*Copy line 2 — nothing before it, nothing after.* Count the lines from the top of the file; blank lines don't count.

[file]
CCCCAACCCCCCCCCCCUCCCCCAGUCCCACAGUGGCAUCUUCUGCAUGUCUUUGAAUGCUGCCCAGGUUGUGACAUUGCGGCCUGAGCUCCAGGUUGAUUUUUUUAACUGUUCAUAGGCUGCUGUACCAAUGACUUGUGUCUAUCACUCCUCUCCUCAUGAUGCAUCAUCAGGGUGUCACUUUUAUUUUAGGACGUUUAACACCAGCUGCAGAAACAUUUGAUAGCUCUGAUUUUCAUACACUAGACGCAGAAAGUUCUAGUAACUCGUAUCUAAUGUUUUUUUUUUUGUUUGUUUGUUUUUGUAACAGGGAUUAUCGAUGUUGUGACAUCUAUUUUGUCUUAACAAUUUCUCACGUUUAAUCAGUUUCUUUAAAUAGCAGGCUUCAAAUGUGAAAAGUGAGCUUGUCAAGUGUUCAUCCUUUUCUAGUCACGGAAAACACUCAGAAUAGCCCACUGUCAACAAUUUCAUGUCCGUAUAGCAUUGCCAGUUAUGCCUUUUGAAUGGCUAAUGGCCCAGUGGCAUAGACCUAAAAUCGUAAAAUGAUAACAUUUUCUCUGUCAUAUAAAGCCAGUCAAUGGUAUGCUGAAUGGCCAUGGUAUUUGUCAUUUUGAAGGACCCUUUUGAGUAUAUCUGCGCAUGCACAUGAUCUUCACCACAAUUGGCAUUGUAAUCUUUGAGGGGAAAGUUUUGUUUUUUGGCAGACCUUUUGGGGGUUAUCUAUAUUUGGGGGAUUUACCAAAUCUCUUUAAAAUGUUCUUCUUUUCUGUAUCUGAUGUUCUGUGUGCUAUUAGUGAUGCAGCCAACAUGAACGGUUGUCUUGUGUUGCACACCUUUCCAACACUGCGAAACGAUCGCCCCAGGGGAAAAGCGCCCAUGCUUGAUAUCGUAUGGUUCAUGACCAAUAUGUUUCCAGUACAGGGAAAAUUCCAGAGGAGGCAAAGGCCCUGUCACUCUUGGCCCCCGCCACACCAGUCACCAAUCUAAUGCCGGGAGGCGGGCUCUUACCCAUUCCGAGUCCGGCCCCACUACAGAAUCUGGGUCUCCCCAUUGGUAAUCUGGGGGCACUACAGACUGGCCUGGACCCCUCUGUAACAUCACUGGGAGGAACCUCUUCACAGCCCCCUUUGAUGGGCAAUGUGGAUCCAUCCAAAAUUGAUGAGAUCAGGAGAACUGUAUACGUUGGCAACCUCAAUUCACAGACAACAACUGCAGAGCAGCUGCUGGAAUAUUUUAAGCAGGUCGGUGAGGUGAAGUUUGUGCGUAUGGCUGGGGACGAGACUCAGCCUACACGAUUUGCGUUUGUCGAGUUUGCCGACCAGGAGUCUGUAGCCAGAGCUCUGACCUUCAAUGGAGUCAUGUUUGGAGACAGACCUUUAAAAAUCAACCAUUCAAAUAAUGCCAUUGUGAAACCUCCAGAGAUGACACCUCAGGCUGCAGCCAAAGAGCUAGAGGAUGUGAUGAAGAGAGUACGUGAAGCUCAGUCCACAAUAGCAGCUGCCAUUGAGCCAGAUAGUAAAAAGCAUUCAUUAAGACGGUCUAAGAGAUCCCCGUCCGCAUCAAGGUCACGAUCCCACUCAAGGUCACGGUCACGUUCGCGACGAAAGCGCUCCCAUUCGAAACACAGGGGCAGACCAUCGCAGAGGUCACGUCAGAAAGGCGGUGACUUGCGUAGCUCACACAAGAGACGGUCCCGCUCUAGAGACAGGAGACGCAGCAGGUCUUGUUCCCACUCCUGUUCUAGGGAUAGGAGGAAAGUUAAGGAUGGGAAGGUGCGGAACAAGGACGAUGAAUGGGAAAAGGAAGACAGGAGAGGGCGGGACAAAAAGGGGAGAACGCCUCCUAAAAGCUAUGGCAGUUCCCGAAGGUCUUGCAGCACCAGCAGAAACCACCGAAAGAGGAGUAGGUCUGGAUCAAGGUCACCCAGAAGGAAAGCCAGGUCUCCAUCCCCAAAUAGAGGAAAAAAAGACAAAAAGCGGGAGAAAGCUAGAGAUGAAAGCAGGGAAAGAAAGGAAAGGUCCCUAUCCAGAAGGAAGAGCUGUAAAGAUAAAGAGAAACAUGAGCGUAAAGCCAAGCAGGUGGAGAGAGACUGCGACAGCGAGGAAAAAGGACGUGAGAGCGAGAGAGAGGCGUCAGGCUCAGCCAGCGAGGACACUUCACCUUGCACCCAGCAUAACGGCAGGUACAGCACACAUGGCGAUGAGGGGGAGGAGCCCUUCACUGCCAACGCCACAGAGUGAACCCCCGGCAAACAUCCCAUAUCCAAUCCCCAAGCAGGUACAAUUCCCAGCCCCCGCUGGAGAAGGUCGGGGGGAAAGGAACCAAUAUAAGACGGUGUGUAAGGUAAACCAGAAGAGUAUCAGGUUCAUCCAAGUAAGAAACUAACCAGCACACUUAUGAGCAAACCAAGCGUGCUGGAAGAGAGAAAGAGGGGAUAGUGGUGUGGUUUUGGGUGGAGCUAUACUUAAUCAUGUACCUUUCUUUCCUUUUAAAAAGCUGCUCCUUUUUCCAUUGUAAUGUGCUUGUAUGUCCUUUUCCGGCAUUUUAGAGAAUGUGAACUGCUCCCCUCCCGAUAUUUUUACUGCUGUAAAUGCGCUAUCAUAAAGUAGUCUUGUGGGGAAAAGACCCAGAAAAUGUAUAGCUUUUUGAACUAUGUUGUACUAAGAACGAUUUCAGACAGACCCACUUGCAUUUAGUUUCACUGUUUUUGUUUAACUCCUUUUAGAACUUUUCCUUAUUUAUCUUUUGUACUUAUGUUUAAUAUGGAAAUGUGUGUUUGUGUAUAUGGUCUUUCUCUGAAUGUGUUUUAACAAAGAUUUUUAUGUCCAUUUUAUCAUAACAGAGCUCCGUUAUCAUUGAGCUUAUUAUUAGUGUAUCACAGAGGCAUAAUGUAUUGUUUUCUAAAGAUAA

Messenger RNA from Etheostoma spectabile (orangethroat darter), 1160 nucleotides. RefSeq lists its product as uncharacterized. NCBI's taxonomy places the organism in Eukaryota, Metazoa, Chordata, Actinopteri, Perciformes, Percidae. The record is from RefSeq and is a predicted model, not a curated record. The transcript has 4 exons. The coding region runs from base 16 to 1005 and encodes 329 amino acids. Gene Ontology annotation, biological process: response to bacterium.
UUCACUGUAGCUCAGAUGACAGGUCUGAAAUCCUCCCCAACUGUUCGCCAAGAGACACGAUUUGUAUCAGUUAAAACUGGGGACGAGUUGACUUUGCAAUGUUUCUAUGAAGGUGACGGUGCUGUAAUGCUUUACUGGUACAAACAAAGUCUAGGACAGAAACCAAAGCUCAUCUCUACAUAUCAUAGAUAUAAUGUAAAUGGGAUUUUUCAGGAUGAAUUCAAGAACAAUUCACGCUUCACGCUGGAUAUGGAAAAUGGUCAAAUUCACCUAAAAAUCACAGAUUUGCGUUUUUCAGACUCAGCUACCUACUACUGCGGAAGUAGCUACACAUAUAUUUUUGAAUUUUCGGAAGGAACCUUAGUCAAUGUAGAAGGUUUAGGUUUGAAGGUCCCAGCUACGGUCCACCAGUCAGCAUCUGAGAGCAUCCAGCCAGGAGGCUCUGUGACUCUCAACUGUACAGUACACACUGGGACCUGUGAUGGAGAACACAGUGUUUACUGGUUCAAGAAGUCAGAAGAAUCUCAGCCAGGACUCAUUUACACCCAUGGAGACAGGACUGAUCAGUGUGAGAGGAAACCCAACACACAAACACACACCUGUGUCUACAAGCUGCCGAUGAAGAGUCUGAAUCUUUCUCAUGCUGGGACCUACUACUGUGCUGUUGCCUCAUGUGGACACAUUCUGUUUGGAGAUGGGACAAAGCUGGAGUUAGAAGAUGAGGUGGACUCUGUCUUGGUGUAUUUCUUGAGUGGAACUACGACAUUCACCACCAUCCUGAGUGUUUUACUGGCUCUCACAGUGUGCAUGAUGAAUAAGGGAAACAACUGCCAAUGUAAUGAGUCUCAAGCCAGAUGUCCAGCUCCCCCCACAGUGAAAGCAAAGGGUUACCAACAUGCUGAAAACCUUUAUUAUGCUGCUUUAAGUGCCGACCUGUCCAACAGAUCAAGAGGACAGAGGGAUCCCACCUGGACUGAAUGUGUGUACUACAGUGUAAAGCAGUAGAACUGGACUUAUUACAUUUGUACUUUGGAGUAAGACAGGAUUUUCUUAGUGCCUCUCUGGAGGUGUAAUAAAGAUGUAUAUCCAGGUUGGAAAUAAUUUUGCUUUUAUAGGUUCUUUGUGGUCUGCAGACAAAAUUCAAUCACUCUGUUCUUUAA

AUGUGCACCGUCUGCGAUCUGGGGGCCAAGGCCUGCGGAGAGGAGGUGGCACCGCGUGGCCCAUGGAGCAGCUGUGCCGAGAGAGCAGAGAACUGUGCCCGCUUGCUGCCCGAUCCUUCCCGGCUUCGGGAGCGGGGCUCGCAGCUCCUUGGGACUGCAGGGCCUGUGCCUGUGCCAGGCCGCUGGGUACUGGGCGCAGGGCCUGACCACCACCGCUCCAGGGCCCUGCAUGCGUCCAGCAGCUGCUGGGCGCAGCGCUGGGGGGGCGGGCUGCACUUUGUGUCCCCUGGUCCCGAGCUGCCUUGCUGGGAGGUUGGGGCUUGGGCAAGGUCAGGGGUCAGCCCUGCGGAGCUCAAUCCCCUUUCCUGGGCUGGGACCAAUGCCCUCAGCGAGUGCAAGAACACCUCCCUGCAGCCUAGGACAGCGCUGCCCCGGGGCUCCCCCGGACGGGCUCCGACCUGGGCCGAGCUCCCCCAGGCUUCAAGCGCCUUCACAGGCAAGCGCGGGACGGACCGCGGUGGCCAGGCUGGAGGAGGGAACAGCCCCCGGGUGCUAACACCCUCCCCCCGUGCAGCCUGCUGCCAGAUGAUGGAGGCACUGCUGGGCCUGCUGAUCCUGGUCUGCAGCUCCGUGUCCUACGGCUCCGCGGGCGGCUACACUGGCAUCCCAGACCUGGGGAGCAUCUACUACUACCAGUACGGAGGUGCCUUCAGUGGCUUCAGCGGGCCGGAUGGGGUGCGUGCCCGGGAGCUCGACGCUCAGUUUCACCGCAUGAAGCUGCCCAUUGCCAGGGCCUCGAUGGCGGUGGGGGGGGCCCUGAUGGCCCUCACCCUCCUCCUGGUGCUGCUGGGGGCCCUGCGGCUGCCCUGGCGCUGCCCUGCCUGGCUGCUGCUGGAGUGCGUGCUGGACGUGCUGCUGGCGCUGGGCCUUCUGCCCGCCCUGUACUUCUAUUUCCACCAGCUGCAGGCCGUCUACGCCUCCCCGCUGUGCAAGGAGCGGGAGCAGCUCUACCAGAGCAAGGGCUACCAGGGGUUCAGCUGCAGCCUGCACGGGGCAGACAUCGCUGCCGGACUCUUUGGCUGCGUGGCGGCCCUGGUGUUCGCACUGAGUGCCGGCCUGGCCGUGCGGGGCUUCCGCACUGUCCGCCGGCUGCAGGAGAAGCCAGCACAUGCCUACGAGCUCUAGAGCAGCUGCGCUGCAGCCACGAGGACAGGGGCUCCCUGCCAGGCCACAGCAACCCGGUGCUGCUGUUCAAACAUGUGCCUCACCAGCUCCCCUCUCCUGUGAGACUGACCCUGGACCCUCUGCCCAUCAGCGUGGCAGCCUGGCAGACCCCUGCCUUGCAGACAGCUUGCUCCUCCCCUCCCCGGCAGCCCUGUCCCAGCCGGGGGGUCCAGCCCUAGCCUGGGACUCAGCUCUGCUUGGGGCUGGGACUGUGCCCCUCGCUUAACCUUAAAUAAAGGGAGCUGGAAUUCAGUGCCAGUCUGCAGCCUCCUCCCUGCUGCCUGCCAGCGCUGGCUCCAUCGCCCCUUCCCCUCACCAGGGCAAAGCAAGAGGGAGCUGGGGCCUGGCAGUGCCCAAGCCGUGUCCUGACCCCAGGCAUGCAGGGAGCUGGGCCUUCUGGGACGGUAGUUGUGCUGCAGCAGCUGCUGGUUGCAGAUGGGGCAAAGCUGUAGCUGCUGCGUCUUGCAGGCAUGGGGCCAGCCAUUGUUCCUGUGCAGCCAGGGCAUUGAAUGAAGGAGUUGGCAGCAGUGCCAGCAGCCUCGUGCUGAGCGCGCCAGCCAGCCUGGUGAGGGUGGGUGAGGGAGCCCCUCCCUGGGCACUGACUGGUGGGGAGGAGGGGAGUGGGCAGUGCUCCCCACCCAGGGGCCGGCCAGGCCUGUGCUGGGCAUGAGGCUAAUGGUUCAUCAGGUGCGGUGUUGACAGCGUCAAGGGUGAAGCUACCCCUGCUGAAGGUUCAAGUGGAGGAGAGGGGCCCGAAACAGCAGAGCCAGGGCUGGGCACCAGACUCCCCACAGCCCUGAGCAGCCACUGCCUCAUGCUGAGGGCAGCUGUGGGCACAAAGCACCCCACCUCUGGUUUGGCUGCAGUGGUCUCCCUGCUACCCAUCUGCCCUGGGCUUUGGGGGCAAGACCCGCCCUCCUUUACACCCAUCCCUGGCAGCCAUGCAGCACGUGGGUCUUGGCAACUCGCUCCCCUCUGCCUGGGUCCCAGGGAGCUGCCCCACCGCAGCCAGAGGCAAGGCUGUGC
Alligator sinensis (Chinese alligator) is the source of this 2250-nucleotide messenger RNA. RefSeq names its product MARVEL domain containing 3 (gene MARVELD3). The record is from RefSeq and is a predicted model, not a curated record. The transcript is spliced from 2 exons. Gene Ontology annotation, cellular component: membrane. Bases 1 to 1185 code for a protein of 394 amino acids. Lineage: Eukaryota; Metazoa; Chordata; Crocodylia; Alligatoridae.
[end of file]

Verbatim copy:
Messenger RNA from Etheostoma spectabile (orangethroat darter), 1160 nucleotides. RefSeq lists its product as uncharacterized. NCBI's taxonomy places the organism in Eukaryota, Metazoa, Chordata, Actinopteri, Perciformes, Percidae. The record is from RefSeq and is a predicted model, not a curated record. The transcript has 4 exons. The coding region runs from base 16 to 1005 and encodes 329 amino acids. Gene Ontology annotation, biological process: response to bacterium.